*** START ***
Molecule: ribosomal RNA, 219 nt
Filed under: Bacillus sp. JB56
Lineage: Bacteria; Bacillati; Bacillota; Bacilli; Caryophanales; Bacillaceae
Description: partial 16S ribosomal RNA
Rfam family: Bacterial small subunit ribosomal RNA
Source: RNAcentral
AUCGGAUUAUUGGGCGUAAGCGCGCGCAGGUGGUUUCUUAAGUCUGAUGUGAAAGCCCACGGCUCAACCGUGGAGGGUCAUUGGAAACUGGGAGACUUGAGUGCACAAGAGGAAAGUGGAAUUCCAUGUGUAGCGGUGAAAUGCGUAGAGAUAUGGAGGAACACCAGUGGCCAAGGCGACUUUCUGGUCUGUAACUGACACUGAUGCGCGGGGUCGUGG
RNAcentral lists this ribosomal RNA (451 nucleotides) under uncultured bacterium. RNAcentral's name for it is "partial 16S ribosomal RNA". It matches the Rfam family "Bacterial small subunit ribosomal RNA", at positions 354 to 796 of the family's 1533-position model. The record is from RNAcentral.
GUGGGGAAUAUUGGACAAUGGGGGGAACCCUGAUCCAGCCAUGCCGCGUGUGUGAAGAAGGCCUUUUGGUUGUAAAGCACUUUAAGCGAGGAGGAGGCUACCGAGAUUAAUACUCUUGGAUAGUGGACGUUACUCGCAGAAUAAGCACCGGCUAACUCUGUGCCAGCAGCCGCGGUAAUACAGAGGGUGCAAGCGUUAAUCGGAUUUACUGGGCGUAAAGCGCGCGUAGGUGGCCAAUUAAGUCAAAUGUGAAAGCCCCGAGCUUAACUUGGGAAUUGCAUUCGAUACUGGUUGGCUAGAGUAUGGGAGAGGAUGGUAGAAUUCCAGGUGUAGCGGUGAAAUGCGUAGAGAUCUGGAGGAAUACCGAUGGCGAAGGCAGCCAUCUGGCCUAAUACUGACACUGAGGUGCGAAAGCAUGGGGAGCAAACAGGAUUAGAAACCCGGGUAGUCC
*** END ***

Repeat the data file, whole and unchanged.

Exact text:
Molecule: ribosomal RNA, 219 nt
Filed under: Bacillus sp. JB56
Lineage: Bacteria; Bacillati; Bacillota; Bacilli; Caryophanales; Bacillaceae
Description: partial 16S ribosomal RNA
Rfam family: Bacterial small subunit ribosomal RNA
Source: RNAcentral
AUCGGAUUAUUGGGCGUAAGCGCGCGCAGGUGGUUUCUUAAGUCUGAUGUGAAAGCCCACGGCUCAACCGUGGAGGGUCAUUGGAAACUGGGAGACUUGAGUGCACAAGAGGAAAGUGGAAUUCCAUGUGUAGCGGUGAAAUGCGUAGAGAUAUGGAGGAACACCAGUGGCCAAGGCGACUUUCUGGUCUGUAACUGACACUGAUGCGCGGGGUCGUGG
RNAcentral lists this ribosomal RNA (451 nucleotides) under uncultured bacterium. RNAcentral's name for it is "partial 16S ribosomal RNA". It matches the Rfam family "Bacterial small subunit ribosomal RNA", at positions 354 to 796 of the family's 1533-position model. The record is from RNAcentral.
GUGGGGAAUAUUGGACAAUGGGGGGAACCCUGAUCCAGCCAUGCCGCGUGUGUGAAGAAGGCCUUUUGGUUGUAAAGCACUUUAAGCGAGGAGGAGGCUACCGAGAUUAAUACUCUUGGAUAGUGGACGUUACUCGCAGAAUAAGCACCGGCUAACUCUGUGCCAGCAGCCGCGGUAAUACAGAGGGUGCAAGCGUUAAUCGGAUUUACUGGGCGUAAAGCGCGCGUAGGUGGCCAAUUAAGUCAAAUGUGAAAGCCCCGAGCUUAACUUGGGAAUUGCAUUCGAUACUGGUUGGCUAGAGUAUGGGAGAGGAUGGUAGAAUUCCAGGUGUAGCGGUGAAAUGCGUAGAGAUCUGGAGGAAUACCGAUGGCGAAGGCAGCCAUCUGGCCUAAUACUGACACUGAGGUGCGAAAGCAUGGGGAGCAAACAGGAUUAGAAACCCGGGUAGUCC